Meet the Book Sisters: Q&A with local authors about launching a film production company

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Killarney Traynor, left, of Chester, and Ceara Comeau, of Claremont, have launched Book Sisters Productions. Their focus is on producing independent films by local independent authors. Courtesy Photo

New Hampshire authors Killarney Traynor and Ceara Comeau are taking their mutual creativity to a new level – and a new medium.

Their new production company, Book Sisters Productions, is dedicated to translating the work of local authors (including their own) to the “big screen,” and are hard at work with some projects to get the company rolling. I recently sat down with them to gain more insight into this blooming dynamic of working together. 

Just from the interview alone, I felt these two had known each other for a lifetime, even though it’s only been a few years.  And I also found their company name fitting, as they did appear to me to be just like sisters.  Traynor, (aka “KJ” below) originally of Chester, just finished filming her first series called the “Sadie McAllister Files” which is now in post-production with Claremont native Comeau (“CC” below) playing the lead, as Sadie.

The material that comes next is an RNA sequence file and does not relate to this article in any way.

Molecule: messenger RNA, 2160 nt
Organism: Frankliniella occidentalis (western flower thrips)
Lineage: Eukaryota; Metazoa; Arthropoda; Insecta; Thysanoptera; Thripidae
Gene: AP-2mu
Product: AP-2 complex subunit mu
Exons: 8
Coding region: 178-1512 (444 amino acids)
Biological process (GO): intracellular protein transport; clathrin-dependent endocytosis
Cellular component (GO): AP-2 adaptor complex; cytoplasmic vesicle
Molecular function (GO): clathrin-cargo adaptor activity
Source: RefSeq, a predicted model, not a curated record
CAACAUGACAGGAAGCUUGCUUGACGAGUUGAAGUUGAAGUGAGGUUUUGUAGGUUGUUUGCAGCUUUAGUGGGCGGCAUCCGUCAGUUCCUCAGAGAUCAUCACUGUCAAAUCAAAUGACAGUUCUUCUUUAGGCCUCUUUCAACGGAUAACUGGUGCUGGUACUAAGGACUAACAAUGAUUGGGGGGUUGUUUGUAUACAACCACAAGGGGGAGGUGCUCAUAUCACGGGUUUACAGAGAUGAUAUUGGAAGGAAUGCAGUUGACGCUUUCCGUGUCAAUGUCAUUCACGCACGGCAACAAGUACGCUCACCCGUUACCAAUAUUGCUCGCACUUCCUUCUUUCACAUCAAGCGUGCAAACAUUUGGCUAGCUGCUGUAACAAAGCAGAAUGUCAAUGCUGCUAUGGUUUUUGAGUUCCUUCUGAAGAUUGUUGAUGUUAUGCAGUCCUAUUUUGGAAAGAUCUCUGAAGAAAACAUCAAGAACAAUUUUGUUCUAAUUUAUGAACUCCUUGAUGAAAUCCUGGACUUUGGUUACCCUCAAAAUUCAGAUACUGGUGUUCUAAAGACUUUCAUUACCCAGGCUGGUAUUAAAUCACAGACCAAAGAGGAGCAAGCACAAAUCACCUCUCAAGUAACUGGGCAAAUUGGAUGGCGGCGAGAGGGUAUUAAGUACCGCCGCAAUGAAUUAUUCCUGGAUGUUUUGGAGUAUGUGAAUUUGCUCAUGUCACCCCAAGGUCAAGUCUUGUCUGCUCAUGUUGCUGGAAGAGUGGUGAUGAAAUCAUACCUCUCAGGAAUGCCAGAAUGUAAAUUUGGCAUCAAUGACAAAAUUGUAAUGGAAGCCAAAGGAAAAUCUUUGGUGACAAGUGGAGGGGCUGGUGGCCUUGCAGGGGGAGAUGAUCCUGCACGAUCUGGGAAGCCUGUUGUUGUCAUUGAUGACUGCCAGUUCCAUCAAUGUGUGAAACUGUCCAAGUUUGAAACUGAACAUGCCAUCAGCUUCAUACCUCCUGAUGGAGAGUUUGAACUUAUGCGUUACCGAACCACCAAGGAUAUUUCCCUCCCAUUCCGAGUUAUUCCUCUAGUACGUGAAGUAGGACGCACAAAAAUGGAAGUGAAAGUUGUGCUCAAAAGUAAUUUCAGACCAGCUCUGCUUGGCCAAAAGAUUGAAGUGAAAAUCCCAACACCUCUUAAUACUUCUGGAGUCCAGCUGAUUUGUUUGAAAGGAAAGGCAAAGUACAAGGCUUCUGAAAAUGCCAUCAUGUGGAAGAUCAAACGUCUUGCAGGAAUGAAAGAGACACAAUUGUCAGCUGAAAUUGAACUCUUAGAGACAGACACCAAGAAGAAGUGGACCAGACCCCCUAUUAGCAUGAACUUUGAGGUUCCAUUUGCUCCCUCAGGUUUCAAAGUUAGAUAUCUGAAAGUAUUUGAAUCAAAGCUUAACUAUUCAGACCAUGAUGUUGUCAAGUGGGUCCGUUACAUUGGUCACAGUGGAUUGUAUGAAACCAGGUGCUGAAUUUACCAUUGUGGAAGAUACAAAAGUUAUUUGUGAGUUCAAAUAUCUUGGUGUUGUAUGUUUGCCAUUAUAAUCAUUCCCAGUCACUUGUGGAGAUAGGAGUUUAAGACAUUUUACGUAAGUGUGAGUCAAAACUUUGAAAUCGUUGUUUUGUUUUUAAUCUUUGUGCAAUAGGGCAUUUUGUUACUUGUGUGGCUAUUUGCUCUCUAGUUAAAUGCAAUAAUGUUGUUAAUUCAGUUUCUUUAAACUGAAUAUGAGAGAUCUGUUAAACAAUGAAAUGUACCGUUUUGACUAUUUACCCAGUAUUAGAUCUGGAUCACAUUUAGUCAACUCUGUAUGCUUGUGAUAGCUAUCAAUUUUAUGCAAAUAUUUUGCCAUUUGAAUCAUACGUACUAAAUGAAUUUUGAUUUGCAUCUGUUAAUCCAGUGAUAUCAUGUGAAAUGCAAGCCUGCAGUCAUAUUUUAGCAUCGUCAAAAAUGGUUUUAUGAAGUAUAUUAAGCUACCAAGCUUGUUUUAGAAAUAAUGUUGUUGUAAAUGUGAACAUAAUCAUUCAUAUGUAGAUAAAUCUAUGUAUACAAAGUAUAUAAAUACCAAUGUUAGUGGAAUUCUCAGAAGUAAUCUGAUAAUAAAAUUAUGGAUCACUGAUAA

This is their first project together and is due to be released in the fall for viewing on YouTube. 

Author’s Note: I’m involved in this production as an actor playing the role of Carol Greene.

V: KJ, I have worked with you in the past.  Some people might be familiar with you already as co-host of “The Early Late Night Live Show” with your brother Terry Traynor and Mitch Fortier out of Exeter or have worked with you when you were part of Narrow Street Films.  How did you and Terry become so bonded in film over your other siblings?